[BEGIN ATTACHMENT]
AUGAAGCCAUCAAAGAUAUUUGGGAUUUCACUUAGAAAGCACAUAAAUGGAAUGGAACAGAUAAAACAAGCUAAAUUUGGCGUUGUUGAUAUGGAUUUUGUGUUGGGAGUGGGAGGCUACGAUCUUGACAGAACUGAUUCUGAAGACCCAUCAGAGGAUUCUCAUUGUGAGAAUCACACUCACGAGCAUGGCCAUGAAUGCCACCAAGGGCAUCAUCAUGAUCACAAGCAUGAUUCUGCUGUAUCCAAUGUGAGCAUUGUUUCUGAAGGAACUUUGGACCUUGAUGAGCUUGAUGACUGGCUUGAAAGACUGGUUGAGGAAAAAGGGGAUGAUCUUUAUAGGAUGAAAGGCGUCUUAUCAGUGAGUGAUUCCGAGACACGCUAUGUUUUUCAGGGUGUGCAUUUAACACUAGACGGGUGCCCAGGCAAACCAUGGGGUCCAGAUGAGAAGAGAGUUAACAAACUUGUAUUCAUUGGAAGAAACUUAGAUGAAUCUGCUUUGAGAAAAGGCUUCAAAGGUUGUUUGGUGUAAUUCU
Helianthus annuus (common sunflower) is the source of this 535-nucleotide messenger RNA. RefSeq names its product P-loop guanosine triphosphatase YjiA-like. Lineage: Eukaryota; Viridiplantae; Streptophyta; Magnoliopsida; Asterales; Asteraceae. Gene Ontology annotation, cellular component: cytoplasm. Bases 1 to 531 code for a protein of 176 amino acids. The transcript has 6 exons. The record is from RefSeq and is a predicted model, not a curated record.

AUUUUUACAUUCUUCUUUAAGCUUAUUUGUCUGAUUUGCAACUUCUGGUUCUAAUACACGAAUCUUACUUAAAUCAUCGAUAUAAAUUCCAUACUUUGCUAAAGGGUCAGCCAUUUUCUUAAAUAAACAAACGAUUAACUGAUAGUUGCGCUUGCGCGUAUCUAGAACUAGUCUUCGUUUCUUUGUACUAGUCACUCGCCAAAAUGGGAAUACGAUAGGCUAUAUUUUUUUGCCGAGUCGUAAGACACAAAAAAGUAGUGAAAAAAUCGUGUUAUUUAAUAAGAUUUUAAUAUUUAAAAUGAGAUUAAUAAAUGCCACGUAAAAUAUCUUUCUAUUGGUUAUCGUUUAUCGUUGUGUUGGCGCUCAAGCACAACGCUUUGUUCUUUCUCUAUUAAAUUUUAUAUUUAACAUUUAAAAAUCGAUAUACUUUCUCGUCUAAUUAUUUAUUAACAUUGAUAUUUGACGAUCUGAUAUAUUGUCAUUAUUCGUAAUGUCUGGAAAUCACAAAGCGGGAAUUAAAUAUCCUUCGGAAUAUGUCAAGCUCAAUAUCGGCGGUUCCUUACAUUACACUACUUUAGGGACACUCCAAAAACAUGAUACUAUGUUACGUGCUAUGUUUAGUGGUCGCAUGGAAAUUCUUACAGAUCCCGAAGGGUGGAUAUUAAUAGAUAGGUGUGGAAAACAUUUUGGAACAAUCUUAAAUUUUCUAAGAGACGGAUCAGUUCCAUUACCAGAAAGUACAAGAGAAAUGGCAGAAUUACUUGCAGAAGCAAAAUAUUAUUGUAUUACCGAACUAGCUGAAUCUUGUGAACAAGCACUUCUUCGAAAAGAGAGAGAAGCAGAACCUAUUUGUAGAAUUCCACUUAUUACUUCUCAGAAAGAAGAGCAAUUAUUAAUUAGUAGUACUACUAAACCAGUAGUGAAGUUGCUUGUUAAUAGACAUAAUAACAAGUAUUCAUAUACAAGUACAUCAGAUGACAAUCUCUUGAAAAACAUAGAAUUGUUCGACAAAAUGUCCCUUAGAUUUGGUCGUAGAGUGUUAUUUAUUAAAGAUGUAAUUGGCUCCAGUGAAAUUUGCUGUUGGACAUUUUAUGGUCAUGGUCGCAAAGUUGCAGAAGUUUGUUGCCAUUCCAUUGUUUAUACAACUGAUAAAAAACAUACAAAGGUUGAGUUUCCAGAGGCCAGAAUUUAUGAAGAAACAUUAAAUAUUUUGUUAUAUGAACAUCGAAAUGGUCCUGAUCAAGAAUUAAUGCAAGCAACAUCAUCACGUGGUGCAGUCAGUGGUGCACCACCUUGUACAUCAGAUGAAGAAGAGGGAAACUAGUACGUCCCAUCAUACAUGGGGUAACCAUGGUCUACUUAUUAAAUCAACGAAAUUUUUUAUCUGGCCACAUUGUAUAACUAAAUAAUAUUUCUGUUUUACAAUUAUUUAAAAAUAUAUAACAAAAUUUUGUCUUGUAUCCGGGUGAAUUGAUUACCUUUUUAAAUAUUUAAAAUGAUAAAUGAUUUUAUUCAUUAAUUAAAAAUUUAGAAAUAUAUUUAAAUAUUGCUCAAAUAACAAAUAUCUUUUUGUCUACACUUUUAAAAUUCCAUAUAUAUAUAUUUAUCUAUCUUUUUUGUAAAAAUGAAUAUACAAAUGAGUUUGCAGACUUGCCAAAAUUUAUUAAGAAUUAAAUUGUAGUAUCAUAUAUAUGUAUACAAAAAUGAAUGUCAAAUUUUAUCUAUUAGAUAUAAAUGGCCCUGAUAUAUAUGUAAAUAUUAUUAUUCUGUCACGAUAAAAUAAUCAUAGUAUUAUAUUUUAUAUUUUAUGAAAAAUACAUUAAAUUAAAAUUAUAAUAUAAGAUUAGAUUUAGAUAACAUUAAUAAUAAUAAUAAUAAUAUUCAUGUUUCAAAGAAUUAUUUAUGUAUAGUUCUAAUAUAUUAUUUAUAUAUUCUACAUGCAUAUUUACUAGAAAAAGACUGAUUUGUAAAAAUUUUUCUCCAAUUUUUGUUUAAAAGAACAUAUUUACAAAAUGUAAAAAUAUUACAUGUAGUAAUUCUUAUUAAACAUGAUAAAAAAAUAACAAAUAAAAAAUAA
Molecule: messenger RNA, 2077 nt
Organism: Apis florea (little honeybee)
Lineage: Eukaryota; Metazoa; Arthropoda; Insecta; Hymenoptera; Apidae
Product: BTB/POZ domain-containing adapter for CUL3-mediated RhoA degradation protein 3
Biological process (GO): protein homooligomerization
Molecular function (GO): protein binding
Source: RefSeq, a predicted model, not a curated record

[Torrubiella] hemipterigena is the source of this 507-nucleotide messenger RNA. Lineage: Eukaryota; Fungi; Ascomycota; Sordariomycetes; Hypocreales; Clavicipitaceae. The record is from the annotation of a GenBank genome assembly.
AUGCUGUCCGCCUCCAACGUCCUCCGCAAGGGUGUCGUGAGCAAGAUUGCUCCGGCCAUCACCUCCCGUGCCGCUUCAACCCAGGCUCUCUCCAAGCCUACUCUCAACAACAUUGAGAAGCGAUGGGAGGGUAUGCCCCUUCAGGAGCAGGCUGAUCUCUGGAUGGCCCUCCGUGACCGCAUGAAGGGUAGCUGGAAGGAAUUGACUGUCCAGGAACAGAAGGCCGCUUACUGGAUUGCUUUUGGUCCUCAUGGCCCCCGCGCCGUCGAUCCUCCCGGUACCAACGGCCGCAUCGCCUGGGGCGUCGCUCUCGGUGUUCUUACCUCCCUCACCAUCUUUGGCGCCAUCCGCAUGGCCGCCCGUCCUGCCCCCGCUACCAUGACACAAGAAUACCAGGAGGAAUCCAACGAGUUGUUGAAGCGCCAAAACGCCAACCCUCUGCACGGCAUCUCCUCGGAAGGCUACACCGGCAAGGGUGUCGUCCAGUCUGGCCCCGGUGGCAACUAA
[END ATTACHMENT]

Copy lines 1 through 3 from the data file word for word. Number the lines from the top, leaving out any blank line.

AUGAAGCCAUCAAAGAUAUUUGGGAUUUCACUUAGAAAGCACAUAAAUGGAAUGGAACAGAUAAAACAAGCUAAAUUUGGCGUUGUUGAUAUGGAUUUUGUGUUGGGAGUGGGAGGCUACGAUCUUGACAGAACUGAUUCUGAAGACCCAUCAGAGGAUUCUCAUUGUGAGAAUCACACUCACGAGCAUGGCCAUGAAUGCCACCAAGGGCAUCAUCAUGAUCACAAGCAUGAUUCUGCUGUAUCCAAUGUGAGCAUUGUUUCUGAAGGAACUUUGGACCUUGAUGAGCUUGAUGACUGGCUUGAAAGACUGGUUGAGGAAAAAGGGGAUGAUCUUUAUAGGAUGAAAGGCGUCUUAUCAGUGAGUGAUUCCGAGACACGCUAUGUUUUUCAGGGUGUGCAUUUAACACUAGACGGGUGCCCAGGCAAACCAUGGGGUCCAGAUGAGAAGAGAGUUAACAAACUUGUAUUCAUUGGAAGAAACUUAGAUGAAUCUGCUUUGAGAAAAGGCUUCAAAGGUUGUUUGGUGUAAUUCU
Helianthus annuus (common sunflower) is the source of this 535-nucleotide messenger RNA. RefSeq names its product P-loop guanosine triphosphatase YjiA-like. Lineage: Eukaryota; Viridiplantae; Streptophyta; Magnoliopsida; Asterales; Asteraceae. Gene Ontology annotation, cellular component: cytoplasm. Bases 1 to 531 code for a protein of 176 amino acids. The transcript has 6 exons. The record is from RefSeq and is a predicted model, not a curated record.

AUUUUUACAUUCUUCUUUAAGCUUAUUUGUCUGAUUUGCAACUUCUGGUUCUAAUACACGAAUCUUACUUAAAUCAUCGAUAUAAAUUCCAUACUUUGCUAAAGGGUCAGCCAUUUUCUUAAAUAAACAAACGAUUAACUGAUAGUUGCGCUUGCGCGUAUCUAGAACUAGUCUUCGUUUCUUUGUACUAGUCACUCGCCAAAAUGGGAAUACGAUAGGCUAUAUUUUUUUGCCGAGUCGUAAGACACAAAAAAGUAGUGAAAAAAUCGUGUUAUUUAAUAAGAUUUUAAUAUUUAAAAUGAGAUUAAUAAAUGCCACGUAAAAUAUCUUUCUAUUGGUUAUCGUUUAUCGUUGUGUUGGCGCUCAAGCACAACGCUUUGUUCUUUCUCUAUUAAAUUUUAUAUUUAACAUUUAAAAAUCGAUAUACUUUCUCGUCUAAUUAUUUAUUAACAUUGAUAUUUGACGAUCUGAUAUAUUGUCAUUAUUCGUAAUGUCUGGAAAUCACAAAGCGGGAAUUAAAUAUCCUUCGGAAUAUGUCAAGCUCAAUAUCGGCGGUUCCUUACAUUACACUACUUUAGGGACACUCCAAAAACAUGAUACUAUGUUACGUGCUAUGUUUAGUGGUCGCAUGGAAAUUCUUACAGAUCCCGAAGGGUGGAUAUUAAUAGAUAGGUGUGGAAAACAUUUUGGAACAAUCUUAAAUUUUCUAAGAGACGGAUCAGUUCCAUUACCAGAAAGUACAAGAGAAAUGGCAGAAUUACUUGCAGAAGCAAAAUAUUAUUGUAUUACCGAACUAGCUGAAUCUUGUGAACAAGCACUUCUUCGAAAAGAGAGAGAAGCAGAACCUAUUUGUAGAAUUCCACUUAUUACUUCUCAGAAAGAAGAGCAAUUAUUAAUUAGUAGUACUACUAAACCAGUAGUGAAGUUGCUUGUUAAUAGACAUAAUAACAAGUAUUCAUAUACAAGUACAUCAGAUGACAAUCUCUUGAAAAACAUAGAAUUGUUCGACAAAAUGUCCCUUAGAUUUGGUCGUAGAGUGUUAUUUAUUAAAGAUGUAAUUGGCUCCAGUGAAAUUUGCUGUUGGACAUUUUAUGGUCAUGGUCGCAAAGUUGCAGAAGUUUGUUGCCAUUCCAUUGUUUAUACAACUGAUAAAAAACAUACAAAGGUUGAGUUUCCAGAGGCCAGAAUUUAUGAAGAAACAUUAAAUAUUUUGUUAUAUGAACAUCGAAAUGGUCCUGAUCAAGAAUUAAUGCAAGCAACAUCAUCACGUGGUGCAGUCAGUGGUGCACCACCUUGUACAUCAGAUGAAGAAGAGGGAAACUAGUACGUCCCAUCAUACAUGGGGUAACCAUGGUCUACUUAUUAAAUCAACGAAAUUUUUUAUCUGGCCACAUUGUAUAACUAAAUAAUAUUUCUGUUUUACAAUUAUUUAAAAAUAUAUAACAAAAUUUUGUCUUGUAUCCGGGUGAAUUGAUUACCUUUUUAAAUAUUUAAAAUGAUAAAUGAUUUUAUUCAUUAAUUAAAAAUUUAGAAAUAUAUUUAAAUAUUGCUCAAAUAACAAAUAUCUUUUUGUCUACACUUUUAAAAUUCCAUAUAUAUAUAUUUAUCUAUCUUUUUUGUAAAAAUGAAUAUACAAAUGAGUUUGCAGACUUGCCAAAAUUUAUUAAGAAUUAAAUUGUAGUAUCAUAUAUAUGUAUACAAAAAUGAAUGUCAAAUUUUAUCUAUUAGAUAUAAAUGGCCCUGAUAUAUAUGUAAAUAUUAUUAUUCUGUCACGAUAAAAUAAUCAUAGUAUUAUAUUUUAUAUUUUAUGAAAAAUACAUUAAAUUAAAAUUAUAAUAUAAGAUUAGAUUUAGAUAACAUUAAUAAUAAUAAUAAUAAUAUUCAUGUUUCAAAGAAUUAUUUAUGUAUAGUUCUAAUAUAUUAUUUAUAUAUUCUACAUGCAUAUUUACUAGAAAAAGACUGAUUUGUAAAAAUUUUUCUCCAAUUUUUGUUUAAAAGAACAUAUUUACAAAAUGUAAAAAUAUUACAUGUAGUAAUUCUUAUUAAACAUGAUAAAAAAAUAACAAAUAAAAAAUAA